PCB Design and Features
The two MSI mainboards are similar visually although we can’t say they use the same PCB design. You can spot a number of differences on closer inspection.
The mainboards both use a 12-phase CPU voltage regulator. Active Phase Switching (APS) technology can dynamically change the number of active power phases depending on the current CPU load as is indicated by the CPU Phase LEDs. The manufacturer claims that Military Class II components are used in the mainboard including solid-state capacitors with a long service life, Super Ferrite Chokes with a low operating temperature, and tantalum Hi-c capacitors. The hot components of the voltage regulator are equipped with two additional heatsinks connected with a heat pipe. Every heatsink, including the chipset one, is securely fastened with screws.
Each mainboard has Power and Reset buttons together with an OC Genie button that allows you to overclock your system in an instant. There are also two BIOS chips and a V-Check Points panel which, together with the included V-Check Cables, can help you measure system voltages manually by means of a voltmeter. The MSI Z68A-GD80 (B3) has only one eSATA 6 Gbps port at the back panel. It's based on a Marvell 88SE9128 controller. Another such port is available as an onboard header. USB 3.0 is implemented through two Renesas (NEC) D720200AF1 chips without VLI VL810 hubs, therefore there are fewer USB 3.0 connectors on the MSI Z68A-GD80 (B3) than on the P67A-GD80 (B3). The former also lacks a coaxial S/PDIF but has video outputs.
Here is a full list of the components you can find on the mainboard’s back panel:
- PS/2 connector for keyboard or mouse;
- Optical S/PDIF, and six analogue audio-jacks provided by eight-channel Realtek ALC892 codec;
- Clear CMOS button;
- IEEE1394 (FireWire) port implemented via VIA VT6308P controller, the second port is available as an onboard pin-connector;
- Four USB 2.0 ports, six more USB ports are available as three onboard pin-connectors;
- Two USB 3.0 ports (blue connectors) implemented via NEC D720200AF1 controller, the second controller like that provides support for two more USB 3.0 ports;
- One eSATA 6 Gbps port implemented via Marvell 88SE9128 controller, a second port is available as onboard pin-connector;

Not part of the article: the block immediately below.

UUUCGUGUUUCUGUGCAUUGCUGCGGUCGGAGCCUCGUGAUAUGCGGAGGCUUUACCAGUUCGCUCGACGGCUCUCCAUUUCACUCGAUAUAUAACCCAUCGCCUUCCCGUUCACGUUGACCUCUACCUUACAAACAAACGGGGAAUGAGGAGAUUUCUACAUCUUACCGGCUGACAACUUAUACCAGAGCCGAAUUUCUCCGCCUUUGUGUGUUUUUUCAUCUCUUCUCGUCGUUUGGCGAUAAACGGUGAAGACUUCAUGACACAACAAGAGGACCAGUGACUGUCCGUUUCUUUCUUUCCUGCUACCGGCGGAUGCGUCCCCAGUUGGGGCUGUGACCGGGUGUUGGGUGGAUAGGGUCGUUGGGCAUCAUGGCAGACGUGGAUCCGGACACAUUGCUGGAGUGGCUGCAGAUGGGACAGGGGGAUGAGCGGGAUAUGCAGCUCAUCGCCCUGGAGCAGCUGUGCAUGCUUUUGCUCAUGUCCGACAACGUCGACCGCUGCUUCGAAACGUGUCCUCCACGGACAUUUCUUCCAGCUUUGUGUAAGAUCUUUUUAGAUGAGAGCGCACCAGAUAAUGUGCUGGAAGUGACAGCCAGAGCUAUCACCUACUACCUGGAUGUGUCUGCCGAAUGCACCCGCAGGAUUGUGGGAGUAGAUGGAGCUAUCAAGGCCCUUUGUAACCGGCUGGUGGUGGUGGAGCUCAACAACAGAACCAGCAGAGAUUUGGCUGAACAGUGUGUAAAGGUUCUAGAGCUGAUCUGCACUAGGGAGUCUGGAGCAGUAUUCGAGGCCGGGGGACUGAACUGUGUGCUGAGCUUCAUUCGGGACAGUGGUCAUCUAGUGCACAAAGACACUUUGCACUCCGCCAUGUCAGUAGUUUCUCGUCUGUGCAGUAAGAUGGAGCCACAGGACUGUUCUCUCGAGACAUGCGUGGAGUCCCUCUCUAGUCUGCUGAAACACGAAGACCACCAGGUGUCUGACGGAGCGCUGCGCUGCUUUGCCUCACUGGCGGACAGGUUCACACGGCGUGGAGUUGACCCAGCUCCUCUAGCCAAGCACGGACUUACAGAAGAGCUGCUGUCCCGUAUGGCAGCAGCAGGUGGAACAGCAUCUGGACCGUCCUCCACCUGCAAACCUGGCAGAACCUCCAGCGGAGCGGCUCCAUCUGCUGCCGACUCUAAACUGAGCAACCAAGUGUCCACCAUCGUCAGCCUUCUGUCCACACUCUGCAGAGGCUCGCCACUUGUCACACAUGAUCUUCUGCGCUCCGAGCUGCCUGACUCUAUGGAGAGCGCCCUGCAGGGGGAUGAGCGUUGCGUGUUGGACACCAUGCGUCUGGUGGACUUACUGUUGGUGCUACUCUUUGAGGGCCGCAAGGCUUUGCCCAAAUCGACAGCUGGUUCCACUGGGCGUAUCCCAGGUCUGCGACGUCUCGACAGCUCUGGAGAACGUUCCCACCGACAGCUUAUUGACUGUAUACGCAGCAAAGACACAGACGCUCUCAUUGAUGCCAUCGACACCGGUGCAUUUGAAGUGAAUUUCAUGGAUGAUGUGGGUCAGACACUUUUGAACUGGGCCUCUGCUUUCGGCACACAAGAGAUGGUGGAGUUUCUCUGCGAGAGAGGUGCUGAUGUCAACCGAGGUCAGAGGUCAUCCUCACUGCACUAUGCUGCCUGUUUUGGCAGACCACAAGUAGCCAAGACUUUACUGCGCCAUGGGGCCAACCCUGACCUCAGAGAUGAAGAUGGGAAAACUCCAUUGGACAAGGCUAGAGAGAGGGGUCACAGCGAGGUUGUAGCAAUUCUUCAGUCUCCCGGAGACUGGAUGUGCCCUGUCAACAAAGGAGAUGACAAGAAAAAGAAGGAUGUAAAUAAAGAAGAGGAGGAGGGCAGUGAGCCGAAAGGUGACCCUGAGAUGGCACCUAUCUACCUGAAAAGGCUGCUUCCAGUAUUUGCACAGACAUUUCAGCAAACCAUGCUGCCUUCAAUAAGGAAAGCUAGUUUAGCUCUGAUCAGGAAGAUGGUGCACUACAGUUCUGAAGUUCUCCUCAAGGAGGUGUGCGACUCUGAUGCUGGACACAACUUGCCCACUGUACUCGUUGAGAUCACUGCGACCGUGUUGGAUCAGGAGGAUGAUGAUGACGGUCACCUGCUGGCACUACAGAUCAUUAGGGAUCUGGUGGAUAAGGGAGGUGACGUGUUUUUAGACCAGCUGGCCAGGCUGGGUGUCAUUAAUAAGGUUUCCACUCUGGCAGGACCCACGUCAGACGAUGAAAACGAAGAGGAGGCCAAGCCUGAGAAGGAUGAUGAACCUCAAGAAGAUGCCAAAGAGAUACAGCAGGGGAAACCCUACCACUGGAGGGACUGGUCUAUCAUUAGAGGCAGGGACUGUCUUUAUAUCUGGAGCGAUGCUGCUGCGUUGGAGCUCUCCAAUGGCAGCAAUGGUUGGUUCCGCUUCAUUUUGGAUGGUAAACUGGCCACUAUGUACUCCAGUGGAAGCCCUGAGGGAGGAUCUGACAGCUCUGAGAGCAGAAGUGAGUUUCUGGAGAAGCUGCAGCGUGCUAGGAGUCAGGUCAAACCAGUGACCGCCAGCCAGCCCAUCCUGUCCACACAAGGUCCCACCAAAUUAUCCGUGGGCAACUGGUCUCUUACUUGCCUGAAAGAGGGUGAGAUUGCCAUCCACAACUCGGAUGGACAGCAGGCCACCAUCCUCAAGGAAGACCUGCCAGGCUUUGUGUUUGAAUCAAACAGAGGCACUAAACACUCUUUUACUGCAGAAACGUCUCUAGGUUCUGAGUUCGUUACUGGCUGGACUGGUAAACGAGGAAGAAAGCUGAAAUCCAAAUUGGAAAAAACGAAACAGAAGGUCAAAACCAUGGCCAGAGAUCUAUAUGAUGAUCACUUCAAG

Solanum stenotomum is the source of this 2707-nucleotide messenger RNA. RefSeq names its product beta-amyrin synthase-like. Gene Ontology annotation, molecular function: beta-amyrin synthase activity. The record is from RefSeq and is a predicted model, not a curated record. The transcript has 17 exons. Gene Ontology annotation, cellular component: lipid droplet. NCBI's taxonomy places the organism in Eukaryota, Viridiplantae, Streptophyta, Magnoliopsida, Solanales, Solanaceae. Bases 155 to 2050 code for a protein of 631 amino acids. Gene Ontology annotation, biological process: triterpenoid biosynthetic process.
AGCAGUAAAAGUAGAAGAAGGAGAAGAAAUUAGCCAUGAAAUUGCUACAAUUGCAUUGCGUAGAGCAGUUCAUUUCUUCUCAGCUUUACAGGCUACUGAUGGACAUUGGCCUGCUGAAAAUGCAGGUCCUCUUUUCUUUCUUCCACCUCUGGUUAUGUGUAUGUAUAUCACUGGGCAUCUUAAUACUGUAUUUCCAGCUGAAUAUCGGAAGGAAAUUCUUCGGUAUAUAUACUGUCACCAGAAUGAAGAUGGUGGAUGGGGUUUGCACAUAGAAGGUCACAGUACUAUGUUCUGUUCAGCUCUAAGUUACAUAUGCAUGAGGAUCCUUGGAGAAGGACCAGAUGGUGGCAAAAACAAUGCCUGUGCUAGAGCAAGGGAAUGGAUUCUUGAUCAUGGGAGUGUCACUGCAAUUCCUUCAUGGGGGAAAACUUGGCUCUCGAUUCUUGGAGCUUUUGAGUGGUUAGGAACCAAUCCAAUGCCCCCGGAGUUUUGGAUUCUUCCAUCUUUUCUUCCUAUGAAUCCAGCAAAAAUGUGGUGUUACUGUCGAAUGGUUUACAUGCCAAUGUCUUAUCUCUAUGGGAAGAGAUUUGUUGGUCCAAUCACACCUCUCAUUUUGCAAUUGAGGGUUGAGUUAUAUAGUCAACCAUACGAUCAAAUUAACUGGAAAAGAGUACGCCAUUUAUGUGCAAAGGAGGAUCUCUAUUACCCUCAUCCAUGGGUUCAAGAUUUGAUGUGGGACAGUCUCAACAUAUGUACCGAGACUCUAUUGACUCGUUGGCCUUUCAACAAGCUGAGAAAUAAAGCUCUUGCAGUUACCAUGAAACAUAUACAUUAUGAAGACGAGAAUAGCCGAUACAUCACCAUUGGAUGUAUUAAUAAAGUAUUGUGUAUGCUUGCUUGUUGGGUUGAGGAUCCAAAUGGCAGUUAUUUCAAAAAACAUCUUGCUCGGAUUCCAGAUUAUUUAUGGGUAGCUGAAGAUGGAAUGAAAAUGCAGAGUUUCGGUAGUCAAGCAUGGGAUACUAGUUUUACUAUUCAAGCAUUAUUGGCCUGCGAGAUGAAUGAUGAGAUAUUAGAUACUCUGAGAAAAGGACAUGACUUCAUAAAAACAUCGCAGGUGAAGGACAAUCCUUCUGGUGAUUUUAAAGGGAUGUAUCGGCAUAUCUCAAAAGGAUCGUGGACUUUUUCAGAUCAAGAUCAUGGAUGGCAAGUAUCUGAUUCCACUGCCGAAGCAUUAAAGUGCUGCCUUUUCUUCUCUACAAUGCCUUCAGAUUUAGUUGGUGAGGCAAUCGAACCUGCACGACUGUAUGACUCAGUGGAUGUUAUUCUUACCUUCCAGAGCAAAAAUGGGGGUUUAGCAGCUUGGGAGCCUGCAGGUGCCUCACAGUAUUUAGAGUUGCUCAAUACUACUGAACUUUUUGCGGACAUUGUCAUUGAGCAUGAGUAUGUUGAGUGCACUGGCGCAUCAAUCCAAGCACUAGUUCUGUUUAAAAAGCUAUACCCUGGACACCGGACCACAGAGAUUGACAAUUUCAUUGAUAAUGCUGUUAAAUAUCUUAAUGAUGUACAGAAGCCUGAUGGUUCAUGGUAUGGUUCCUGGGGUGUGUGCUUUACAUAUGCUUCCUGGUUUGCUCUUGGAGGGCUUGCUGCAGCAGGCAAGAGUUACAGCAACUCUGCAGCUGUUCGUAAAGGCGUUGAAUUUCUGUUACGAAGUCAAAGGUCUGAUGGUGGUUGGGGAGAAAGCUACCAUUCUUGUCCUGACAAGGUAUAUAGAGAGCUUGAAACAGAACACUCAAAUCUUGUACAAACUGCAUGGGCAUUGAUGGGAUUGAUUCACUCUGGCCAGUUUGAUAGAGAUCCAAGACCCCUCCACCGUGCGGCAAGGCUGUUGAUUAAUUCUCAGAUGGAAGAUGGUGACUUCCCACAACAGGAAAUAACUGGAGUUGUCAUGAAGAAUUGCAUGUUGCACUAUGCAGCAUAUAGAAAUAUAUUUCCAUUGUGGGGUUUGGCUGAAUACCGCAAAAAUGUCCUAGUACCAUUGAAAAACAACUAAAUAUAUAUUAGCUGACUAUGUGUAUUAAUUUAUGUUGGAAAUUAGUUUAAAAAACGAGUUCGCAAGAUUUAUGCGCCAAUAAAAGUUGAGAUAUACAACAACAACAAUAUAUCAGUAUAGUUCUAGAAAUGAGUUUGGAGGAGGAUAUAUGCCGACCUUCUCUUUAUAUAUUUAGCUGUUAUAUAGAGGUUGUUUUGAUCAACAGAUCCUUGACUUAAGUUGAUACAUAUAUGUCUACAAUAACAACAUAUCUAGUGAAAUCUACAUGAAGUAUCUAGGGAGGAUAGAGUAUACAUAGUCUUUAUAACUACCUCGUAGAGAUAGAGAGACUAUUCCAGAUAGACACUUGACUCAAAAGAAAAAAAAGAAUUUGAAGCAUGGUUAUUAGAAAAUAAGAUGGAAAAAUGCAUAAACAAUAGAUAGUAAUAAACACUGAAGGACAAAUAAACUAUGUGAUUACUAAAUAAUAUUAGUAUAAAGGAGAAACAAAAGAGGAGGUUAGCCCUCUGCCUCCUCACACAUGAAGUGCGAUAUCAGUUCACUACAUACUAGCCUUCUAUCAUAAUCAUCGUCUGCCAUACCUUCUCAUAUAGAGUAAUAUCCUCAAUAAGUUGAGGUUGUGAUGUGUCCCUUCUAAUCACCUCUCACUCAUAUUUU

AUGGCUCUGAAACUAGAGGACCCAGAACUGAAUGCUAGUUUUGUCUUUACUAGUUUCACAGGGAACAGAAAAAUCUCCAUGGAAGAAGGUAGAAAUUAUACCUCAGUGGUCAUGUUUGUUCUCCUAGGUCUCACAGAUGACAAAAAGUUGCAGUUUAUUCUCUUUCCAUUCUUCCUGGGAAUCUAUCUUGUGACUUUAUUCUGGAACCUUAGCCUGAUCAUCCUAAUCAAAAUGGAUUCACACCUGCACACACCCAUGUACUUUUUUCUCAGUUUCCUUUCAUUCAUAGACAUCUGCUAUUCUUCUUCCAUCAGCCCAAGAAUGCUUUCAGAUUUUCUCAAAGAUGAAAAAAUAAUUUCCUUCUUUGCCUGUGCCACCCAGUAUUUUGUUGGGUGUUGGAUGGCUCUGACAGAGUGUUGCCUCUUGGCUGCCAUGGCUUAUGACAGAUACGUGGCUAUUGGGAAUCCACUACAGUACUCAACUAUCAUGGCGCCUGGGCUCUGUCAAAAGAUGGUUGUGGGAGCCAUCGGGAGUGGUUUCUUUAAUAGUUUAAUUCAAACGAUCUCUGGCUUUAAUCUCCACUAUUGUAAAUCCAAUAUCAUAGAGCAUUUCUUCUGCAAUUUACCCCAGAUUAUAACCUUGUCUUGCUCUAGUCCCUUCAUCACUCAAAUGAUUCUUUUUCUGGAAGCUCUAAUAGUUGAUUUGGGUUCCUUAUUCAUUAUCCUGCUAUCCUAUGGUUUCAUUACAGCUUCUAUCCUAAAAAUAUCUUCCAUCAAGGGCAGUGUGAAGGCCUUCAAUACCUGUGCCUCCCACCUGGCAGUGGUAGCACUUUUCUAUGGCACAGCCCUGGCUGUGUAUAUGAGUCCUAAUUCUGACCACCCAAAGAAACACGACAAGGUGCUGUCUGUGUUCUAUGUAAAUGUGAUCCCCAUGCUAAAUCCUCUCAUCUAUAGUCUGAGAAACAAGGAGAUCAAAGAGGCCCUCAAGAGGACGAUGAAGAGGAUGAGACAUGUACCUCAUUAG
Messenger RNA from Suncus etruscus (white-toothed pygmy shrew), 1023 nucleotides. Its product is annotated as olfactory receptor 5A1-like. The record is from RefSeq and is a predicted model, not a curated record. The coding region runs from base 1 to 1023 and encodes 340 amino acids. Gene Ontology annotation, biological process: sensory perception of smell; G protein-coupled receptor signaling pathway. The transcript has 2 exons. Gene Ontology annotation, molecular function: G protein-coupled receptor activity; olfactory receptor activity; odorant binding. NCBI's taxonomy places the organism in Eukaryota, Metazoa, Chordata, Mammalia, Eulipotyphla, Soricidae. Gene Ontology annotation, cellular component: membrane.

- Two local network ports (network adapters are built on Gigabit Realtek RTL8111E controllers);
- DVI-D and HDMI video outs.
Each of the two MSI mainboards has three graphics slots that work in the same modes. A single graphics card installed into the top slot will work in full-speed PCIe 2.0 x16 mode. If two graphics cards are in use, the graphics slots are x8 each. The third graphics slot has four PCI Express lanes, but if it's occupied, the following becomes unavailable: the eSATA and the additional SATA port, the onboard USB 3.0 connector, both PCI slots, and the back-panel IEEE1394 (FireWire) port.
The mainboard’s specs are summarized in the table:
Thus, the MSI Z68A-GD80 (B3) seems to be a cleverly designed product. Like its cousin, it offers a full range of modern interfaces including eSATA, USB 3.0, SATA 6 Gbps and IEEE1394 (FireWire). There are a few exclusive features peculiar to MSI products like the OC Genie button and the V-Check Points for voltage monitoring. Compared to the MSI P67A-GD80 (B3), it has fewer ports and connectors but instead offers video outputs (DVI-D and HDMI). The only questionable solution is the use of a 6-pin power connector for the graphics card slots. A single graphics card wouldn’t need additional power. And if two or more cards are installed, it is likely that all of the PSU's 6- or 8-pin connectors will be used up and you'll have to buy power adapters.